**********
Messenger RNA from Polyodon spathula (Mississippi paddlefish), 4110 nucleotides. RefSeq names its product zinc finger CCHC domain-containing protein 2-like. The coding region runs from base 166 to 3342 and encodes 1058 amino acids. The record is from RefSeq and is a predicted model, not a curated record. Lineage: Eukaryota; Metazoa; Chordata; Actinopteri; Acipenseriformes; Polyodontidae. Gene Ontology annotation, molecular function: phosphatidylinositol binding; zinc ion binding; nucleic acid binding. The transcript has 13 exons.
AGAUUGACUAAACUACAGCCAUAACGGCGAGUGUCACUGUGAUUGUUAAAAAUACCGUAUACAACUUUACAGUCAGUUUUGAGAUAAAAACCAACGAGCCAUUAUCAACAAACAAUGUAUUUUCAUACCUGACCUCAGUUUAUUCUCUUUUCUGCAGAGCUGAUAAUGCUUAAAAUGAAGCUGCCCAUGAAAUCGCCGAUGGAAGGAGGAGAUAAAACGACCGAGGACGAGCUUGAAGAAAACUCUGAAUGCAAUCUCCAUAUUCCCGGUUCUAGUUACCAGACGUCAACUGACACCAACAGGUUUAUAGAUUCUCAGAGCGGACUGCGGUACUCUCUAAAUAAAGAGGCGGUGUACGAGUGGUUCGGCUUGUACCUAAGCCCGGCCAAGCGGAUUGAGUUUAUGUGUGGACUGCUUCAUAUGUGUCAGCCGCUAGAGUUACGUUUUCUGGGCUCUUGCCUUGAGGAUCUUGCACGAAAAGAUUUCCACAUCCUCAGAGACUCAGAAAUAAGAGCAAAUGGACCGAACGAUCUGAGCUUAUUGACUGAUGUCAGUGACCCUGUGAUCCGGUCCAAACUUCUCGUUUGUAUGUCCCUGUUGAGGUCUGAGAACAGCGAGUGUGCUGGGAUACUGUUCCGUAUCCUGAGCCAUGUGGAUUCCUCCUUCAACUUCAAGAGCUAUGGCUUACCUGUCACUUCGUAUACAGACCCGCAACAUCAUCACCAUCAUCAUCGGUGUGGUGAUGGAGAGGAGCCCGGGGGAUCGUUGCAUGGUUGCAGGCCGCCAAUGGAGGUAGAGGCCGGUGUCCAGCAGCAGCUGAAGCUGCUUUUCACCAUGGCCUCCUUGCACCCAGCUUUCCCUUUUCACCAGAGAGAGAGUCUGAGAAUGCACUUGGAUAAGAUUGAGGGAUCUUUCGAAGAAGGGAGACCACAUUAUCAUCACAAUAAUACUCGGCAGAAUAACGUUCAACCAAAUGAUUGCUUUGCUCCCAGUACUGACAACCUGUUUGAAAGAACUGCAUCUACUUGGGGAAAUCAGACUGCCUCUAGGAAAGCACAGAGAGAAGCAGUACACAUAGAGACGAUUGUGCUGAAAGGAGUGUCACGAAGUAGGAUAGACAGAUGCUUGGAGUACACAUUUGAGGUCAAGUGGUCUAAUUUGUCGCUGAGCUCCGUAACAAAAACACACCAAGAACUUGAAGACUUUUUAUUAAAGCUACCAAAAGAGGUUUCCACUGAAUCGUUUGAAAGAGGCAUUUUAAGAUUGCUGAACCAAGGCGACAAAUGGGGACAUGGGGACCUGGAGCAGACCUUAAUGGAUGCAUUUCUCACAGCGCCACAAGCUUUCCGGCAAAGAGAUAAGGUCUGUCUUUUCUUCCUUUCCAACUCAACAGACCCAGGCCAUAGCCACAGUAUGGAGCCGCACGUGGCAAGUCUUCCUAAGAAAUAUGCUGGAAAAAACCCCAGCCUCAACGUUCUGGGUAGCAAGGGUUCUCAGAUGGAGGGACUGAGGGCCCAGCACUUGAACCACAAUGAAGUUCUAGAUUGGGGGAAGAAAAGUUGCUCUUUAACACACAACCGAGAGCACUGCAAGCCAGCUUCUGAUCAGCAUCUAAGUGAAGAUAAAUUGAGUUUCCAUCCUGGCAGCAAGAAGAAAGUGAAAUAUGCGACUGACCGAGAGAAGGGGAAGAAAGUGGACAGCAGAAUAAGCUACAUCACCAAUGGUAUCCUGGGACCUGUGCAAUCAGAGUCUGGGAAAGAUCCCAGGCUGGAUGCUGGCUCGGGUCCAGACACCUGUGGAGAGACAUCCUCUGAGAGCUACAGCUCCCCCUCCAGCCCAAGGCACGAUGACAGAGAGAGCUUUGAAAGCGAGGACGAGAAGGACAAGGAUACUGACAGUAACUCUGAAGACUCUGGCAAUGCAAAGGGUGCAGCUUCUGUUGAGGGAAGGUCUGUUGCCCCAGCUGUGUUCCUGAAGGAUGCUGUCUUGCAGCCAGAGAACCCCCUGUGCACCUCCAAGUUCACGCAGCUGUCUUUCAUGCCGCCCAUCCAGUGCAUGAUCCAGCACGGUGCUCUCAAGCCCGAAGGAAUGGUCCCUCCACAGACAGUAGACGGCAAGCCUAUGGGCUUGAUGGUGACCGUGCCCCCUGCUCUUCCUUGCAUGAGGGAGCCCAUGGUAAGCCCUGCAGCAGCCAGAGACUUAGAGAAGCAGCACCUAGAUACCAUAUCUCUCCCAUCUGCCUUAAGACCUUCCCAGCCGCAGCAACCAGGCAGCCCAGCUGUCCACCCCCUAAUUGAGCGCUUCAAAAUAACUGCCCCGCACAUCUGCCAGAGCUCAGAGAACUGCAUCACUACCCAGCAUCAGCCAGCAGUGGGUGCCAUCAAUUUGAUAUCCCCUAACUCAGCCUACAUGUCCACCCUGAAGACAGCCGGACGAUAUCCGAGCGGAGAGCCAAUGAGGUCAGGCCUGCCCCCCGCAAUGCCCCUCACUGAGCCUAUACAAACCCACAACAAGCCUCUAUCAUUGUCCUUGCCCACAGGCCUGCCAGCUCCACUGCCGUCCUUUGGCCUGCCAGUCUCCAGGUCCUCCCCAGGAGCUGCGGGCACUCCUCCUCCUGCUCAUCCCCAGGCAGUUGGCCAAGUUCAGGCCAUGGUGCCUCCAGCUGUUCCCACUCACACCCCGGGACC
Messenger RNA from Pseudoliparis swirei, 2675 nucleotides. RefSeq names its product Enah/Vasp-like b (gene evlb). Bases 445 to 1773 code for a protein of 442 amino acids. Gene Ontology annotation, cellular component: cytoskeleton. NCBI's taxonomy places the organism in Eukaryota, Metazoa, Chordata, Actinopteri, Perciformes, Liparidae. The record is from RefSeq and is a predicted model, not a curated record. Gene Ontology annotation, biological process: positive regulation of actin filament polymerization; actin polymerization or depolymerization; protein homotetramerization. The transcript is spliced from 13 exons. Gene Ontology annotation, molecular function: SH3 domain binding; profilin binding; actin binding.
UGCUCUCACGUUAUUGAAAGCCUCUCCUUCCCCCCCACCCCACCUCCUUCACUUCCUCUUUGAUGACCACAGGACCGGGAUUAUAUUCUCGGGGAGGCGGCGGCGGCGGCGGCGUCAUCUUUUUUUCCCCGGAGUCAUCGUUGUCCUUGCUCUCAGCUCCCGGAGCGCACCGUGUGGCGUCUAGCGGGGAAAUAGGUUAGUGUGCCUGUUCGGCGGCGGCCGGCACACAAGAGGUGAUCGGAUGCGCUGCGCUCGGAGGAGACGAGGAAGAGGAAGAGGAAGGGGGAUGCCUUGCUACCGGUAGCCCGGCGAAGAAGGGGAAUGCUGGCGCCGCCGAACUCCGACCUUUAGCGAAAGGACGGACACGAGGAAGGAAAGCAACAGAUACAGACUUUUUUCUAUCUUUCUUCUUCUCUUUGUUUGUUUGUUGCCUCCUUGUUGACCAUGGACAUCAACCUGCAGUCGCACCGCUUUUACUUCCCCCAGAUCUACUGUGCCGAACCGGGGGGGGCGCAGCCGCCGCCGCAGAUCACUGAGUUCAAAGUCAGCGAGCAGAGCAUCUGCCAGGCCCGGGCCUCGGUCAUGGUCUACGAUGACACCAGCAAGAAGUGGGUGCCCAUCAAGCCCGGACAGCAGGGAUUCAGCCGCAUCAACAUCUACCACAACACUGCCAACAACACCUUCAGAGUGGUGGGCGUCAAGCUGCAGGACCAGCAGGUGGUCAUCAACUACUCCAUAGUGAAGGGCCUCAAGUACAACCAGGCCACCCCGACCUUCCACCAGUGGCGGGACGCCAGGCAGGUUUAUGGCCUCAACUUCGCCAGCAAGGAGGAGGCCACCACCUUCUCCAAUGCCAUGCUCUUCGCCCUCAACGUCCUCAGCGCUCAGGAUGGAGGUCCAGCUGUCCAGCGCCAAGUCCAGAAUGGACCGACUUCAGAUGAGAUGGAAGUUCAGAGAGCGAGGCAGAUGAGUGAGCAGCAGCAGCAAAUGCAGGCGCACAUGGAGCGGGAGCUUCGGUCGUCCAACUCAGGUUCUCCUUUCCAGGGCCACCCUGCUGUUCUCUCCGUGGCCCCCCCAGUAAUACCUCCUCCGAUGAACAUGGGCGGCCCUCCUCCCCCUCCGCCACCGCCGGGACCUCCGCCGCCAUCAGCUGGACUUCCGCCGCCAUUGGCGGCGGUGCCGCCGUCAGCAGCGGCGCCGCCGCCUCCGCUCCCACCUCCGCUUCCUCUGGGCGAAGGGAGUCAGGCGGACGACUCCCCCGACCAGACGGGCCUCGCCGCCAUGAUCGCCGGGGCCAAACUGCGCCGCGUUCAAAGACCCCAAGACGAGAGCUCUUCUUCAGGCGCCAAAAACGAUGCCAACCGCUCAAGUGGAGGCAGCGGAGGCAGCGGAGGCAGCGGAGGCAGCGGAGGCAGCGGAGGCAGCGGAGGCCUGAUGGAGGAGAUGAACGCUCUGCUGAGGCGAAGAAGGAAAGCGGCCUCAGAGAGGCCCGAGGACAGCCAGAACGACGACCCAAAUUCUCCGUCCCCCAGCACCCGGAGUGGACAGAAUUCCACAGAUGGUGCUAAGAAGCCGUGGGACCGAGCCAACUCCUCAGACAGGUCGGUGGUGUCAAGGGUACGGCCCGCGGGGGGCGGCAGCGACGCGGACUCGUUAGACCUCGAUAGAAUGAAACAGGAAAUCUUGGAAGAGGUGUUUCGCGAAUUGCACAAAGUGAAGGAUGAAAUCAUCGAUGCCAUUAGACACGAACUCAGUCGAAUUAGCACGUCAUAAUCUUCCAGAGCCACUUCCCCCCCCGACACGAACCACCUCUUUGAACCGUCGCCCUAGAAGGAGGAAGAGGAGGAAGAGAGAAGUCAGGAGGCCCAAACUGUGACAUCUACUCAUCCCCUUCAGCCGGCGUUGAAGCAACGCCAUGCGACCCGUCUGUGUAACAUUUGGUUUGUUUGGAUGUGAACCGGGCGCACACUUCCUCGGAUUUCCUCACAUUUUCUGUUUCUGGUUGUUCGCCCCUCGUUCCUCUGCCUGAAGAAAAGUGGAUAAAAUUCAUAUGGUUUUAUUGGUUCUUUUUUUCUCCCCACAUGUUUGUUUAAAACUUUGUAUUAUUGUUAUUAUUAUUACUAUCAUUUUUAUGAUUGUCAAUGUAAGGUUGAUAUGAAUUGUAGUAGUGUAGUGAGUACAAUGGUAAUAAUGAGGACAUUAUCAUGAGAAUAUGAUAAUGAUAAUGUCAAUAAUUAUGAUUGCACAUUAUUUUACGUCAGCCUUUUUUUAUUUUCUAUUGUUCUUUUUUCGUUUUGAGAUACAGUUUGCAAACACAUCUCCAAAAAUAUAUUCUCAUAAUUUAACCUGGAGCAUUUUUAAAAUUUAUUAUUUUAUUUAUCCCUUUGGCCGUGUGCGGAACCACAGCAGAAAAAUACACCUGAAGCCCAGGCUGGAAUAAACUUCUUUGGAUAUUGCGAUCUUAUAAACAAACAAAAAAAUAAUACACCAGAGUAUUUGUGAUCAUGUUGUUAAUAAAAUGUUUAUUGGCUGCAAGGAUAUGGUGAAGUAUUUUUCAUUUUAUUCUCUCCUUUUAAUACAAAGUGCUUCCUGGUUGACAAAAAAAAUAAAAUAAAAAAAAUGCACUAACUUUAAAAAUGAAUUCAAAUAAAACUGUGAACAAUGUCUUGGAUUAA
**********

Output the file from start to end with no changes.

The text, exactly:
Messenger RNA from Polyodon spathula (Mississippi paddlefish), 4110 nucleotides. RefSeq names its product zinc finger CCHC domain-containing protein 2-like. The coding region runs from base 166 to 3342 and encodes 1058 amino acids. The record is from RefSeq and is a predicted model, not a curated record. Lineage: Eukaryota; Metazoa; Chordata; Actinopteri; Acipenseriformes; Polyodontidae. Gene Ontology annotation, molecular function: phosphatidylinositol binding; zinc ion binding; nucleic acid binding. The transcript has 13 exons.
AGAUUGACUAAACUACAGCCAUAACGGCGAGUGUCACUGUGAUUGUUAAAAAUACCGUAUACAACUUUACAGUCAGUUUUGAGAUAAAAACCAACGAGCCAUUAUCAACAAACAAUGUAUUUUCAUACCUGACCUCAGUUUAUUCUCUUUUCUGCAGAGCUGAUAAUGCUUAAAAUGAAGCUGCCCAUGAAAUCGCCGAUGGAAGGAGGAGAUAAAACGACCGAGGACGAGCUUGAAGAAAACUCUGAAUGCAAUCUCCAUAUUCCCGGUUCUAGUUACCAGACGUCAACUGACACCAACAGGUUUAUAGAUUCUCAGAGCGGACUGCGGUACUCUCUAAAUAAAGAGGCGGUGUACGAGUGGUUCGGCUUGUACCUAAGCCCGGCCAAGCGGAUUGAGUUUAUGUGUGGACUGCUUCAUAUGUGUCAGCCGCUAGAGUUACGUUUUCUGGGCUCUUGCCUUGAGGAUCUUGCACGAAAAGAUUUCCACAUCCUCAGAGACUCAGAAAUAAGAGCAAAUGGACCGAACGAUCUGAGCUUAUUGACUGAUGUCAGUGACCCUGUGAUCCGGUCCAAACUUCUCGUUUGUAUGUCCCUGUUGAGGUCUGAGAACAGCGAGUGUGCUGGGAUACUGUUCCGUAUCCUGAGCCAUGUGGAUUCCUCCUUCAACUUCAAGAGCUAUGGCUUACCUGUCACUUCGUAUACAGACCCGCAACAUCAUCACCAUCAUCAUCGGUGUGGUGAUGGAGAGGAGCCCGGGGGAUCGUUGCAUGGUUGCAGGCCGCCAAUGGAGGUAGAGGCCGGUGUCCAGCAGCAGCUGAAGCUGCUUUUCACCAUGGCCUCCUUGCACCCAGCUUUCCCUUUUCACCAGAGAGAGAGUCUGAGAAUGCACUUGGAUAAGAUUGAGGGAUCUUUCGAAGAAGGGAGACCACAUUAUCAUCACAAUAAUACUCGGCAGAAUAACGUUCAACCAAAUGAUUGCUUUGCUCCCAGUACUGACAACCUGUUUGAAAGAACUGCAUCUACUUGGGGAAAUCAGACUGCCUCUAGGAAAGCACAGAGAGAAGCAGUACACAUAGAGACGAUUGUGCUGAAAGGAGUGUCACGAAGUAGGAUAGACAGAUGCUUGGAGUACACAUUUGAGGUCAAGUGGUCUAAUUUGUCGCUGAGCUCCGUAACAAAAACACACCAAGAACUUGAAGACUUUUUAUUAAAGCUACCAAAAGAGGUUUCCACUGAAUCGUUUGAAAGAGGCAUUUUAAGAUUGCUGAACCAAGGCGACAAAUGGGGACAUGGGGACCUGGAGCAGACCUUAAUGGAUGCAUUUCUCACAGCGCCACAAGCUUUCCGGCAAAGAGAUAAGGUCUGUCUUUUCUUCCUUUCCAACUCAACAGACCCAGGCCAUAGCCACAGUAUGGAGCCGCACGUGGCAAGUCUUCCUAAGAAAUAUGCUGGAAAAAACCCCAGCCUCAACGUUCUGGGUAGCAAGGGUUCUCAGAUGGAGGGACUGAGGGCCCAGCACUUGAACCACAAUGAAGUUCUAGAUUGGGGGAAGAAAAGUUGCUCUUUAACACACAACCGAGAGCACUGCAAGCCAGCUUCUGAUCAGCAUCUAAGUGAAGAUAAAUUGAGUUUCCAUCCUGGCAGCAAGAAGAAAGUGAAAUAUGCGACUGACCGAGAGAAGGGGAAGAAAGUGGACAGCAGAAUAAGCUACAUCACCAAUGGUAUCCUGGGACCUGUGCAAUCAGAGUCUGGGAAAGAUCCCAGGCUGGAUGCUGGCUCGGGUCCAGACACCUGUGGAGAGACAUCCUCUGAGAGCUACAGCUCCCCCUCCAGCCCAAGGCACGAUGACAGAGAGAGCUUUGAAAGCGAGGACGAGAAGGACAAGGAUACUGACAGUAACUCUGAAGACUCUGGCAAUGCAAAGGGUGCAGCUUCUGUUGAGGGAAGGUCUGUUGCCCCAGCUGUGUUCCUGAAGGAUGCUGUCUUGCAGCCAGAGAACCCCCUGUGCACCUCCAAGUUCACGCAGCUGUCUUUCAUGCCGCCCAUCCAGUGCAUGAUCCAGCACGGUGCUCUCAAGCCCGAAGGAAUGGUCCCUCCACAGACAGUAGACGGCAAGCCUAUGGGCUUGAUGGUGACCGUGCCCCCUGCUCUUCCUUGCAUGAGGGAGCCCAUGGUAAGCCCUGCAGCAGCCAGAGACUUAGAGAAGCAGCACCUAGAUACCAUAUCUCUCCCAUCUGCCUUAAGACCUUCCCAGCCGCAGCAACCAGGCAGCCCAGCUGUCCACCCCCUAAUUGAGCGCUUCAAAAUAACUGCCCCGCACAUCUGCCAGAGCUCAGAGAACUGCAUCACUACCCAGCAUCAGCCAGCAGUGGGUGCCAUCAAUUUGAUAUCCCCUAACUCAGCCUACAUGUCCACCCUGAAGACAGCCGGACGAUAUCCGAGCGGAGAGCCAAUGAGGUCAGGCCUGCCCCCCGCAAUGCCCCUCACUGAGCCUAUACAAACCCACAACAAGCCUCUAUCAUUGUCCUUGCCCACAGGCCUGCCAGCUCCACUGCCGUCCUUUGGCCUGCCAGUCUCCAGGUCCUCCCCAGGAGCUGCGGGCACUCCUCCUCCUGCUCAUCCCCAGGCAGUUGGCCAAGUUCAGGCCAUGGUGCCUCCAGCUGUUCCCACUCACACCCCGGGACC
Messenger RNA from Pseudoliparis swirei, 2675 nucleotides. RefSeq names its product Enah/Vasp-like b (gene evlb). Bases 445 to 1773 code for a protein of 442 amino acids. Gene Ontology annotation, cellular component: cytoskeleton. NCBI's taxonomy places the organism in Eukaryota, Metazoa, Chordata, Actinopteri, Perciformes, Liparidae. The record is from RefSeq and is a predicted model, not a curated record. Gene Ontology annotation, biological process: positive regulation of actin filament polymerization; actin polymerization or depolymerization; protein homotetramerization. The transcript is spliced from 13 exons. Gene Ontology annotation, molecular function: SH3 domain binding; profilin binding; actin binding.
UGCUCUCACGUUAUUGAAAGCCUCUCCUUCCCCCCCACCCCACCUCCUUCACUUCCUCUUUGAUGACCACAGGACCGGGAUUAUAUUCUCGGGGAGGCGGCGGCGGCGGCGGCGUCAUCUUUUUUUCCCCGGAGUCAUCGUUGUCCUUGCUCUCAGCUCCCGGAGCGCACCGUGUGGCGUCUAGCGGGGAAAUAGGUUAGUGUGCCUGUUCGGCGGCGGCCGGCACACAAGAGGUGAUCGGAUGCGCUGCGCUCGGAGGAGACGAGGAAGAGGAAGAGGAAGGGGGAUGCCUUGCUACCGGUAGCCCGGCGAAGAAGGGGAAUGCUGGCGCCGCCGAACUCCGACCUUUAGCGAAAGGACGGACACGAGGAAGGAAAGCAACAGAUACAGACUUUUUUCUAUCUUUCUUCUUCUCUUUGUUUGUUUGUUGCCUCCUUGUUGACCAUGGACAUCAACCUGCAGUCGCACCGCUUUUACUUCCCCCAGAUCUACUGUGCCGAACCGGGGGGGGCGCAGCCGCCGCCGCAGAUCACUGAGUUCAAAGUCAGCGAGCAGAGCAUCUGCCAGGCCCGGGCCUCGGUCAUGGUCUACGAUGACACCAGCAAGAAGUGGGUGCCCAUCAAGCCCGGACAGCAGGGAUUCAGCCGCAUCAACAUCUACCACAACACUGCCAACAACACCUUCAGAGUGGUGGGCGUCAAGCUGCAGGACCAGCAGGUGGUCAUCAACUACUCCAUAGUGAAGGGCCUCAAGUACAACCAGGCCACCCCGACCUUCCACCAGUGGCGGGACGCCAGGCAGGUUUAUGGCCUCAACUUCGCCAGCAAGGAGGAGGCCACCACCUUCUCCAAUGCCAUGCUCUUCGCCCUCAACGUCCUCAGCGCUCAGGAUGGAGGUCCAGCUGUCCAGCGCCAAGUCCAGAAUGGACCGACUUCAGAUGAGAUGGAAGUUCAGAGAGCGAGGCAGAUGAGUGAGCAGCAGCAGCAAAUGCAGGCGCACAUGGAGCGGGAGCUUCGGUCGUCCAACUCAGGUUCUCCUUUCCAGGGCCACCCUGCUGUUCUCUCCGUGGCCCCCCCAGUAAUACCUCCUCCGAUGAACAUGGGCGGCCCUCCUCCCCCUCCGCCACCGCCGGGACCUCCGCCGCCAUCAGCUGGACUUCCGCCGCCAUUGGCGGCGGUGCCGCCGUCAGCAGCGGCGCCGCCGCCUCCGCUCCCACCUCCGCUUCCUCUGGGCGAAGGGAGUCAGGCGGACGACUCCCCCGACCAGACGGGCCUCGCCGCCAUGAUCGCCGGGGCCAAACUGCGCCGCGUUCAAAGACCCCAAGACGAGAGCUCUUCUUCAGGCGCCAAAAACGAUGCCAACCGCUCAAGUGGAGGCAGCGGAGGCAGCGGAGGCAGCGGAGGCAGCGGAGGCAGCGGAGGCAGCGGAGGCCUGAUGGAGGAGAUGAACGCUCUGCUGAGGCGAAGAAGGAAAGCGGCCUCAGAGAGGCCCGAGGACAGCCAGAACGACGACCCAAAUUCUCCGUCCCCCAGCACCCGGAGUGGACAGAAUUCCACAGAUGGUGCUAAGAAGCCGUGGGACCGAGCCAACUCCUCAGACAGGUCGGUGGUGUCAAGGGUACGGCCCGCGGGGGGCGGCAGCGACGCGGACUCGUUAGACCUCGAUAGAAUGAAACAGGAAAUCUUGGAAGAGGUGUUUCGCGAAUUGCACAAAGUGAAGGAUGAAAUCAUCGAUGCCAUUAGACACGAACUCAGUCGAAUUAGCACGUCAUAAUCUUCCAGAGCCACUUCCCCCCCCGACACGAACCACCUCUUUGAACCGUCGCCCUAGAAGGAGGAAGAGGAGGAAGAGAGAAGUCAGGAGGCCCAAACUGUGACAUCUACUCAUCCCCUUCAGCCGGCGUUGAAGCAACGCCAUGCGACCCGUCUGUGUAACAUUUGGUUUGUUUGGAUGUGAACCGGGCGCACACUUCCUCGGAUUUCCUCACAUUUUCUGUUUCUGGUUGUUCGCCCCUCGUUCCUCUGCCUGAAGAAAAGUGGAUAAAAUUCAUAUGGUUUUAUUGGUUCUUUUUUUCUCCCCACAUGUUUGUUUAAAACUUUGUAUUAUUGUUAUUAUUAUUACUAUCAUUUUUAUGAUUGUCAAUGUAAGGUUGAUAUGAAUUGUAGUAGUGUAGUGAGUACAAUGGUAAUAAUGAGGACAUUAUCAUGAGAAUAUGAUAAUGAUAAUGUCAAUAAUUAUGAUUGCACAUUAUUUUACGUCAGCCUUUUUUUAUUUUCUAUUGUUCUUUUUUCGUUUUGAGAUACAGUUUGCAAACACAUCUCCAAAAAUAUAUUCUCAUAAUUUAACCUGGAGCAUUUUUAAAAUUUAUUAUUUUAUUUAUCCCUUUGGCCGUGUGCGGAACCACAGCAGAAAAAUACACCUGAAGCCCAGGCUGGAAUAAACUUCUUUGGAUAUUGCGAUCUUAUAAACAAACAAAAAAAUAAUACACCAGAGUAUUUGUGAUCAUGUUGUUAAUAAAAUGUUUAUUGGCUGCAAGGAUAUGGUGAAGUAUUUUUCAUUUUAUUCUCUCCUUUUAAUACAAAGUGCUUCCUGGUUGACAAAAAAAAUAAAAUAAAAAAAAUGCACUAACUUUAAAAAUGAAUUCAAAUAAAACUGUGAACAAUGUCUUGGAUUAA